Figure 5

Predictions of the BiMSA model for (a) mean activity coefficient and (b) osmotic coefficient at a temperature of 298.15 K as a function of concentration; symbols represent experimental data: (●), KF(Hamer and Wu, 1972); (■), NH3MeCl (Macaskill and Bates, 1986); (♦), Pr4NBr (Lindenbaum and Boyd, 1964); (▲), HNO3 (Hamer and Wu, 1972); solid line (—), model prediction.

4. Conclusions

Electrolyte models are widely used for modelling or predicting the thermodynamic behavior of chemical mixtures. In this work, the ability of four electrolyte models, including e-NRTL, MSA-NRTL, AMSA-NRTL, and BiMSA to predict the properties of different aqueous electrolyte solutions in a wide range of concentrations is comprehensively evaluated. Literature data for osmotic and activity coefficients of different solutions are used for these evaluations. The results indicate that models which do not consider association between ions present in the solution have relatively large errors, especially at higher concentrations of dissolved salt. The results also denote that both AMSA-NRTL and BiMSA models can accurately predict the experimental data of osmotic and activity coefficients of different electrolyte solutions. However, the BiMSA model, in comparison to the AMSA-NRTL model, requires lower number of adjustable parameters, and its parameters have physical meaning. Therefore, it can be concluded that among the four electrolyte models investigated for the prediction of 28 systems in this work, the BiMSA model presents the best performance. The average values of AARD (%) of the BiMSA model in the prediction of osmotic and activity coefficients of different systems investigated in this work are 0.856 and 1.016 respectively. For a further progress, it is recommended that the MSA terms be modified to the unrestricted primitive model, which leads to a more precise description of salt effects at low concentrations. Finally, the introduction of a hard sphere term could take the missing effect into account.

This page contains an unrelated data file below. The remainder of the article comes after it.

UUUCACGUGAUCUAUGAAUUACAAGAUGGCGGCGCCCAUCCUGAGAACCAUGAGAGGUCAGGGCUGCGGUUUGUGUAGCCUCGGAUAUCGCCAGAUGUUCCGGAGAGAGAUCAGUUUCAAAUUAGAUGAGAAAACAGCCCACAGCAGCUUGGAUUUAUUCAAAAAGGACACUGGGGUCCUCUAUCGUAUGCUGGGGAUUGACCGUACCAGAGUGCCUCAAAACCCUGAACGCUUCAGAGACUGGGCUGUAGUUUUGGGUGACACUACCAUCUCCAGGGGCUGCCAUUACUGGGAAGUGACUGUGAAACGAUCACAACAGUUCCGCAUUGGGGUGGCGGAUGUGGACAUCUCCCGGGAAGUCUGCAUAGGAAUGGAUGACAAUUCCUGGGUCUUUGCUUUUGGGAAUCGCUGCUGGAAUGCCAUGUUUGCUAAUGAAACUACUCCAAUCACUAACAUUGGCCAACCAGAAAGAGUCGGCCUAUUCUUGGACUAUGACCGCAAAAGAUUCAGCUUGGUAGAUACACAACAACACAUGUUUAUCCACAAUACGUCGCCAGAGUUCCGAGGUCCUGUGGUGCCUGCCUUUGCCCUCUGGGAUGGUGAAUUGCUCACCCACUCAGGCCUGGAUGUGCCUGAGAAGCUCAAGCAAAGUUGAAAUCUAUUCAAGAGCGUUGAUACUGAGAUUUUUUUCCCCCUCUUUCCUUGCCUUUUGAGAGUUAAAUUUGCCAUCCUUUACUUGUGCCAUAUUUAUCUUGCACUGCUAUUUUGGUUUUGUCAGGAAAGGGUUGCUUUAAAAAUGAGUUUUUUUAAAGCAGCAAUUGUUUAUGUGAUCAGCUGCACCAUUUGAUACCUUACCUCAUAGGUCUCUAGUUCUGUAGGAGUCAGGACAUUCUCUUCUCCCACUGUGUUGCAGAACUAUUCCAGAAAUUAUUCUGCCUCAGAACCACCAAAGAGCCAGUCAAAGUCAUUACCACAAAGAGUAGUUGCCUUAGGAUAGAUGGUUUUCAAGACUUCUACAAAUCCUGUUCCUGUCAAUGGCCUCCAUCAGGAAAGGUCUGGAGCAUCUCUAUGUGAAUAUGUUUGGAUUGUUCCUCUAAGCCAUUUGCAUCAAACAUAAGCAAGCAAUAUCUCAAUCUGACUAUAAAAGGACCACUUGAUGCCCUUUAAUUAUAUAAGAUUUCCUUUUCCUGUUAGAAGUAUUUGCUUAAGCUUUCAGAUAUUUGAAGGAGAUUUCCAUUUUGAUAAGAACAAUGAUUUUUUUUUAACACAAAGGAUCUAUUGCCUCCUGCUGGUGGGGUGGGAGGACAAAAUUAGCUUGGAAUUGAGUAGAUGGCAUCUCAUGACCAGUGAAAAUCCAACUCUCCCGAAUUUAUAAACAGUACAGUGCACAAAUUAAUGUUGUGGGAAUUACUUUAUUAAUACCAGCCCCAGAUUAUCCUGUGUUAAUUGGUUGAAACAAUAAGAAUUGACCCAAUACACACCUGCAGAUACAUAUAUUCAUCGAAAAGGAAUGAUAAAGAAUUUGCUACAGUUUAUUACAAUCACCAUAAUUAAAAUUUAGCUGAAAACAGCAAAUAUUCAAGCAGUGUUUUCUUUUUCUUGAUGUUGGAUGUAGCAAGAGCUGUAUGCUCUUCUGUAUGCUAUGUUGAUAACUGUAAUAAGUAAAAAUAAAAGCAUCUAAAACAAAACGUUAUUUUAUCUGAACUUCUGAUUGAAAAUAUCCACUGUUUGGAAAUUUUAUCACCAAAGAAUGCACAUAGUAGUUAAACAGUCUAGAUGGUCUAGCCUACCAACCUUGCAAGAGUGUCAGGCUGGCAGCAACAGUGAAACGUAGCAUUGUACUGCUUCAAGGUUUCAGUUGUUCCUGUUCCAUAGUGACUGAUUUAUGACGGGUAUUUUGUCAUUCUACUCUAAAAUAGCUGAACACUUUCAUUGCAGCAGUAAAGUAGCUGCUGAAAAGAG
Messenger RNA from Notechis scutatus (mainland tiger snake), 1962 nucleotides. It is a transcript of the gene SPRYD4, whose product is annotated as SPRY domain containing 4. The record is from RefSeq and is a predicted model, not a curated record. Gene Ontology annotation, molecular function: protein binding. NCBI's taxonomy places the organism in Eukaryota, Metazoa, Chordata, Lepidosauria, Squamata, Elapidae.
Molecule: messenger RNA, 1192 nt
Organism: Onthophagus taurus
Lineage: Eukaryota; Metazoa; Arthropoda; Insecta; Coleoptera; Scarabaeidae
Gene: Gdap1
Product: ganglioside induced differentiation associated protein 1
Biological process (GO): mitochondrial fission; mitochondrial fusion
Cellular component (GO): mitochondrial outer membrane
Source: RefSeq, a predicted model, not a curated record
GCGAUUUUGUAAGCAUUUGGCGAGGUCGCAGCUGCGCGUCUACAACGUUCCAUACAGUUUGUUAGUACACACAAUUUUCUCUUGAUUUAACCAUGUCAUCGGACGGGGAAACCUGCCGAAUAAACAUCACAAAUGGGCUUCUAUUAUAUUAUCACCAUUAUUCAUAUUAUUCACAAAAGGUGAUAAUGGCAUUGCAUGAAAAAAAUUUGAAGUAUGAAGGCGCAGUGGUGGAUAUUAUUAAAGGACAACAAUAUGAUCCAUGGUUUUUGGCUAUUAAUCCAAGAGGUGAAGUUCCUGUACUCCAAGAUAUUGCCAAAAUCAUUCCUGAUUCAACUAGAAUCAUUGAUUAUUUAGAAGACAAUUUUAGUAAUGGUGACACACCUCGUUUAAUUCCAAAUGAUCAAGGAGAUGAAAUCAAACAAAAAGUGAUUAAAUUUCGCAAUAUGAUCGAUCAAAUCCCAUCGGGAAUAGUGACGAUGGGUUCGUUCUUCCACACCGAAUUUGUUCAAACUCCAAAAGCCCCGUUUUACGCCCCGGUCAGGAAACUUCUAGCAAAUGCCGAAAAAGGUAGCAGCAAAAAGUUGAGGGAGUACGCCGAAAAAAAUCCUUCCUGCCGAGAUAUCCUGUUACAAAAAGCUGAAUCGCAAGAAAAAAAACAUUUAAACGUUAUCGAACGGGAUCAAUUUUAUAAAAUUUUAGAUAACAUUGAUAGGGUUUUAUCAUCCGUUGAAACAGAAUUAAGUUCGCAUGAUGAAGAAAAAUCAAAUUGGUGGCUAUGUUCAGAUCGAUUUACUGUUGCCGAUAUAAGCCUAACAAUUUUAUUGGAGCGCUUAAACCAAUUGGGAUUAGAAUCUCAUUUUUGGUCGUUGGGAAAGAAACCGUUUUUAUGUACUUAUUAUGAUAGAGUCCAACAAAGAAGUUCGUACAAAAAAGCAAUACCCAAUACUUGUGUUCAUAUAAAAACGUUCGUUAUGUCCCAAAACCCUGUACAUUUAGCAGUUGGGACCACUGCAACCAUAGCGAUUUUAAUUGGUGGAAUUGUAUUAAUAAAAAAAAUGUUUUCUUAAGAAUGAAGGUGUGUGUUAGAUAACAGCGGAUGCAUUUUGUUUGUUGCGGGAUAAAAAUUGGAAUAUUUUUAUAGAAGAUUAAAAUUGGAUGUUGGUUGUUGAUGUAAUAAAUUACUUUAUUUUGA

Nomenclature

A          : Anion

C          : Cation

K          : Equilibrium constant

KB        : Boltzmann constant

N          : Number of data

P          : Ion-pair assuming as neutral species

P          : Pressure

S          : Salt

T          : Temperature

x          : Unbound ion fraction

Greek Letter

         : Non-randomness factor

         : Concentration dependent parameter of permittivity

         : Relative permittivity

         : Osmotic coefficient

        : Mean ionic activity coefficient in the molality scale

         : Ionic diameter

         : Dimensionless interaction energy parameter

v          : Stoichiometric number

Subscript and Superscript

A          : Anion

aq        : Aqueous phase

C          : Cation

i           : Component i

P          : Molecular species

W         : Water

Z          : Ion charge